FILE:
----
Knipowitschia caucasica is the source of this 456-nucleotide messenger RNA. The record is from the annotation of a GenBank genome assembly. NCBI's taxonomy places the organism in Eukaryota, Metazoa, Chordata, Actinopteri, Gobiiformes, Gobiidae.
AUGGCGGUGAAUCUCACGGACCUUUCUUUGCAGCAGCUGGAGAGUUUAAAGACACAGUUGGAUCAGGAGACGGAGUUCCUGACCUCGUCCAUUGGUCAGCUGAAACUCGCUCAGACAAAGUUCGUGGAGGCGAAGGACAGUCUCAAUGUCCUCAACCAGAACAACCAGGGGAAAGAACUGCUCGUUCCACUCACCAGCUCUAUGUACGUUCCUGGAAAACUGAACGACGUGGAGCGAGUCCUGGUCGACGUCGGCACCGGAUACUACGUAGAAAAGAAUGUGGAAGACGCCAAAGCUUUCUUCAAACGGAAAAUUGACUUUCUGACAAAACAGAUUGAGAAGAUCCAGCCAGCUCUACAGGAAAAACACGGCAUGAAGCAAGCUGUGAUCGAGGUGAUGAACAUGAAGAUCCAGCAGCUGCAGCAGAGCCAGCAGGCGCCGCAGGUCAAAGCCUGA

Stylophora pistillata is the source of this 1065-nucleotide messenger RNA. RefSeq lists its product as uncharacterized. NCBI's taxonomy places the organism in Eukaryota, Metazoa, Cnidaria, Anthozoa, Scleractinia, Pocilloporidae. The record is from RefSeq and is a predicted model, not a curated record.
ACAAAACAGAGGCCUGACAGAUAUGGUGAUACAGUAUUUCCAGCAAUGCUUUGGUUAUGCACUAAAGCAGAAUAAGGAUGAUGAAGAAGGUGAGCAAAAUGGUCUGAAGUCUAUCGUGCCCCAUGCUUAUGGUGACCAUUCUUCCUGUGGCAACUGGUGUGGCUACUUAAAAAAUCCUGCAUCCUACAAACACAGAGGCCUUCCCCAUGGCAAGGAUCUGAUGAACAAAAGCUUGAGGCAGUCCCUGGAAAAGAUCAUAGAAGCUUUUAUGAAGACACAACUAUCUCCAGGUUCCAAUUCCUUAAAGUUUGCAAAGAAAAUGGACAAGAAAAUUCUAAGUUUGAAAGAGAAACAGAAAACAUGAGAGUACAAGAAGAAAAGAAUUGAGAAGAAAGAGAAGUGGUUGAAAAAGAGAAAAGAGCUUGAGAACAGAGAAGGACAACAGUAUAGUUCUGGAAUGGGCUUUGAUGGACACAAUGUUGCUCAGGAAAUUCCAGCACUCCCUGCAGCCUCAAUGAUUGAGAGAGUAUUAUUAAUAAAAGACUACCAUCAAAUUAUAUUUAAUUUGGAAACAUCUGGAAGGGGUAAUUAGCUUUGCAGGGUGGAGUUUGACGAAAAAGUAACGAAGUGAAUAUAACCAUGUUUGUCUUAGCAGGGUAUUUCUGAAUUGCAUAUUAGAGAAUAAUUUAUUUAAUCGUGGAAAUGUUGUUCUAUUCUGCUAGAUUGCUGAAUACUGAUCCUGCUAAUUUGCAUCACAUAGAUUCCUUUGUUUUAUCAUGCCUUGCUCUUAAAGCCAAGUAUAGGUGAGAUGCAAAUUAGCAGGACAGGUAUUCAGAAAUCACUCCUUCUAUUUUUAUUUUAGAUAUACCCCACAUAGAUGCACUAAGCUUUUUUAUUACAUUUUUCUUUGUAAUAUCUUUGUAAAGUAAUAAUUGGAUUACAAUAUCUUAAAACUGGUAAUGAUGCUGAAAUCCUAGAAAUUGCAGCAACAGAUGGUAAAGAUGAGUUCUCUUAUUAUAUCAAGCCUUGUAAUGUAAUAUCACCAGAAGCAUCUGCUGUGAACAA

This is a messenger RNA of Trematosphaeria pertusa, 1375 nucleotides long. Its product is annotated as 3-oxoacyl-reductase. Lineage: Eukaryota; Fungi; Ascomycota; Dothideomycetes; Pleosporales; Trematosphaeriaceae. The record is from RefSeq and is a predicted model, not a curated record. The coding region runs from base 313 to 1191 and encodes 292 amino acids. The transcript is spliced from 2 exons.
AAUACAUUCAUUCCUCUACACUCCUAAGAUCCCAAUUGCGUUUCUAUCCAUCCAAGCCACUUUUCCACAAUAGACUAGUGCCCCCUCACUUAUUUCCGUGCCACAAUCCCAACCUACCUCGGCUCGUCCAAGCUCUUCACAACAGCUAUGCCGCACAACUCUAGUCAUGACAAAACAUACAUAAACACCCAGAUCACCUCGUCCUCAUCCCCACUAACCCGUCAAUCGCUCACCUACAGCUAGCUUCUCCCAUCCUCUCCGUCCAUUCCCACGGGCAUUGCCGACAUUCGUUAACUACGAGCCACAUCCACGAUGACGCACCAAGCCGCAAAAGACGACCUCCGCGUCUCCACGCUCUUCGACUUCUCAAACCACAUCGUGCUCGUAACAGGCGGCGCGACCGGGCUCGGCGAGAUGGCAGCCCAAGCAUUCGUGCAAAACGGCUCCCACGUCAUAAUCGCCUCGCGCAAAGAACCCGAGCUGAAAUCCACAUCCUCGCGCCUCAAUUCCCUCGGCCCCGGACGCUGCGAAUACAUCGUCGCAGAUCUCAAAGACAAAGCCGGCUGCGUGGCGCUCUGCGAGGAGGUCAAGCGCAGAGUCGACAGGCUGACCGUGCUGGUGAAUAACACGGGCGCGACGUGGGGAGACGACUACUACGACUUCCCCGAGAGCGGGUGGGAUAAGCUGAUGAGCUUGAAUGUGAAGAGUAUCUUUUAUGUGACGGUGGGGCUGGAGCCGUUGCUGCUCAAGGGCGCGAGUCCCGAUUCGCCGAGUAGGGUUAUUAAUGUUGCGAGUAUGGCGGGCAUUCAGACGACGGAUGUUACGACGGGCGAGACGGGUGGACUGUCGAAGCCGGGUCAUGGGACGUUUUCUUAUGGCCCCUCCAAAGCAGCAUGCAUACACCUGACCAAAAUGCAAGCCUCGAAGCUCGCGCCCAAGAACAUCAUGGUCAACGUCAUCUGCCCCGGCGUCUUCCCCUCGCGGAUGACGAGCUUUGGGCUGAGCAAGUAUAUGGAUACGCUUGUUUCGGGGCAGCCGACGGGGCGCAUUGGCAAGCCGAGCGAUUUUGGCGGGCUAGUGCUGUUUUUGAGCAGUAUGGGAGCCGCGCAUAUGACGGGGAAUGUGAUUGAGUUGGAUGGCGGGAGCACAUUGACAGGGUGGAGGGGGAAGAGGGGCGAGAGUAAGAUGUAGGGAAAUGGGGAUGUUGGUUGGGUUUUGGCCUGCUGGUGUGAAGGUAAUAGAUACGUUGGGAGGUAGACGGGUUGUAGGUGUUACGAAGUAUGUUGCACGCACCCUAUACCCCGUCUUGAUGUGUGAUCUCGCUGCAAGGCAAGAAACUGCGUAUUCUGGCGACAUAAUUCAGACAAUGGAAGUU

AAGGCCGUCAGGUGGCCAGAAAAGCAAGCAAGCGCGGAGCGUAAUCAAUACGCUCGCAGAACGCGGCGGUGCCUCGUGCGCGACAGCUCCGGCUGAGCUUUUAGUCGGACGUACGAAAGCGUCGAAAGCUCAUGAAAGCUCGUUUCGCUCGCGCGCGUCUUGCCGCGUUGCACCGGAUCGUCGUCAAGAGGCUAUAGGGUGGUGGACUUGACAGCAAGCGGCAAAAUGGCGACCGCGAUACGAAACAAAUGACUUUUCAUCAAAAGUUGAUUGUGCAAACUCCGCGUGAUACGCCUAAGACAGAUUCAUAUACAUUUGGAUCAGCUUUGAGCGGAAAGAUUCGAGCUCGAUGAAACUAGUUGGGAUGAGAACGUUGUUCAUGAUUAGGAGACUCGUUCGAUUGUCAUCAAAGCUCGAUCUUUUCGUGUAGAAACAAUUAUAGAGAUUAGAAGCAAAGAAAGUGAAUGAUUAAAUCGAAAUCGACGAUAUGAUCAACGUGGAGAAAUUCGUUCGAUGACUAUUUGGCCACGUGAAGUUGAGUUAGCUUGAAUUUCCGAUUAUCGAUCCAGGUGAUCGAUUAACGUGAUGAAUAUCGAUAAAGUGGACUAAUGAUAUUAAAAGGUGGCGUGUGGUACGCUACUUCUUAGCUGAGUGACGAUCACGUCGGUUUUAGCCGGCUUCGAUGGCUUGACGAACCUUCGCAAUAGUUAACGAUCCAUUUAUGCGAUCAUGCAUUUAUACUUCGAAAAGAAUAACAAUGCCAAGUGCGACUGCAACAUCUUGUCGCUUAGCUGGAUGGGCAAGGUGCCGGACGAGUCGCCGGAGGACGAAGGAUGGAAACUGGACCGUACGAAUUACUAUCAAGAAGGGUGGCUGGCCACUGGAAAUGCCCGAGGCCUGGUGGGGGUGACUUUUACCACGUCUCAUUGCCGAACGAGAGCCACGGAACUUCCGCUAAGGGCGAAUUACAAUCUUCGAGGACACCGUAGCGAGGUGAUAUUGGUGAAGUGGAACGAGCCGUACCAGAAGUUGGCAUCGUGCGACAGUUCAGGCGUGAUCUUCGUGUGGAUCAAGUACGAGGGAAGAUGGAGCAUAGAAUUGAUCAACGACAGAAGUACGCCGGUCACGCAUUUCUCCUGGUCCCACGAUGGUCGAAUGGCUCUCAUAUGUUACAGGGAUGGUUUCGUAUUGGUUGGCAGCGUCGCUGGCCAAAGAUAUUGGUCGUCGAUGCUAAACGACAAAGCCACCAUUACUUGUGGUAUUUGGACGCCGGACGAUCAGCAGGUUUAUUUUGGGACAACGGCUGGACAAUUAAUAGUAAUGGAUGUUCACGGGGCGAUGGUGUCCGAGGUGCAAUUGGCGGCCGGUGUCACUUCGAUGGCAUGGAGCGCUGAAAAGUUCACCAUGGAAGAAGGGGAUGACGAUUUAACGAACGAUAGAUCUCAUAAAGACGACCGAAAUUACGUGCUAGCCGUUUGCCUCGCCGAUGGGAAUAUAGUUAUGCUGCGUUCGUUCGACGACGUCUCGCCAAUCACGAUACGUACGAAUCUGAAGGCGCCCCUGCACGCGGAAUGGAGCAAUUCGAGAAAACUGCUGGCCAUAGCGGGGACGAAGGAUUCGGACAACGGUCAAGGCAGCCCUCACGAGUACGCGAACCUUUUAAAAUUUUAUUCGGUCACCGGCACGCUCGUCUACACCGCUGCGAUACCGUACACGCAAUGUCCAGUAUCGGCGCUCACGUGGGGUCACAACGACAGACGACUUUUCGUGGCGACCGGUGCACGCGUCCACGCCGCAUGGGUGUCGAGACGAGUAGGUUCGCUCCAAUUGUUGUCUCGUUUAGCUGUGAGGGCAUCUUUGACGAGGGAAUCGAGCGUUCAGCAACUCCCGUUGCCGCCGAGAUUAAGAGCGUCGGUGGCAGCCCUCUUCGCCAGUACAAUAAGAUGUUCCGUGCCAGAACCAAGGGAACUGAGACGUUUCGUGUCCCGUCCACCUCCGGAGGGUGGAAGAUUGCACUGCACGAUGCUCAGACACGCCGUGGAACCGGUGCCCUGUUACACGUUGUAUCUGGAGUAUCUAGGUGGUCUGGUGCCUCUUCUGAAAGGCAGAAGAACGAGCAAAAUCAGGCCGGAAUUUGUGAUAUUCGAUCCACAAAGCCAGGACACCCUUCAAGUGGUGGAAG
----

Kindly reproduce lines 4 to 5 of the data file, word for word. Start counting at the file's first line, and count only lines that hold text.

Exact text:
ACAAAACAGAGGCCUGACAGAUAUGGUGAUACAGUAUUUCCAGCAAUGCUUUGGUUAUGCACUAAAGCAGAAUAAGGAUGAUGAAGAAGGUGAGCAAAAUGGUCUGAAGUCUAUCGUGCCCCAUGCUUAUGGUGACCAUUCUUCCUGUGGCAACUGGUGUGGCUACUUAAAAAAUCCUGCAUCCUACAAACACAGAGGCCUUCCCCAUGGCAAGGAUCUGAUGAACAAAAGCUUGAGGCAGUCCCUGGAAAAGAUCAUAGAAGCUUUUAUGAAGACACAACUAUCUCCAGGUUCCAAUUCCUUAAAGUUUGCAAAGAAAAUGGACAAGAAAAUUCUAAGUUUGAAAGAGAAACAGAAAACAUGAGAGUACAAGAAGAAAAGAAUUGAGAAGAAAGAGAAGUGGUUGAAAAAGAGAAAAGAGCUUGAGAACAGAGAAGGACAACAGUAUAGUUCUGGAAUGGGCUUUGAUGGACACAAUGUUGCUCAGGAAAUUCCAGCACUCCCUGCAGCCUCAAUGAUUGAGAGAGUAUUAUUAAUAAAAGACUACCAUCAAAUUAUAUUUAAUUUGGAAACAUCUGGAAGGGGUAAUUAGCUUUGCAGGGUGGAGUUUGACGAAAAAGUAACGAAGUGAAUAUAACCAUGUUUGUCUUAGCAGGGUAUUUCUGAAUUGCAUAUUAGAGAAUAAUUUAUUUAAUCGUGGAAAUGUUGUUCUAUUCUGCUAGAUUGCUGAAUACUGAUCCUGCUAAUUUGCAUCACAUAGAUUCCUUUGUUUUAUCAUGCCUUGCUCUUAAAGCCAAGUAUAGGUGAGAUGCAAAUUAGCAGGACAGGUAUUCAGAAAUCACUCCUUCUAUUUUUAUUUUAGAUAUACCCCACAUAGAUGCACUAAGCUUUUUUAUUACAUUUUUCUUUGUAAUAUCUUUGUAAAGUAAUAAUUGGAUUACAAUAUCUUAAAACUGGUAAUGAUGCUGAAAUCCUAGAAAUUGCAGCAACAGAUGGUAAAGAUGAGUUCUCUUAUUAUAUCAAGCCUUGUAAUGUAAUAUCACCAGAAGCAUCUGCUGUGAACAA

This is a messenger RNA of Trematosphaeria pertusa, 1375 nucleotides long. Its product is annotated as 3-oxoacyl-reductase. Lineage: Eukaryota; Fungi; Ascomycota; Dothideomycetes; Pleosporales; Trematosphaeriaceae. The record is from RefSeq and is a predicted model, not a curated record. The coding region runs from base 313 to 1191 and encodes 292 amino acids. The transcript is spliced from 2 exons.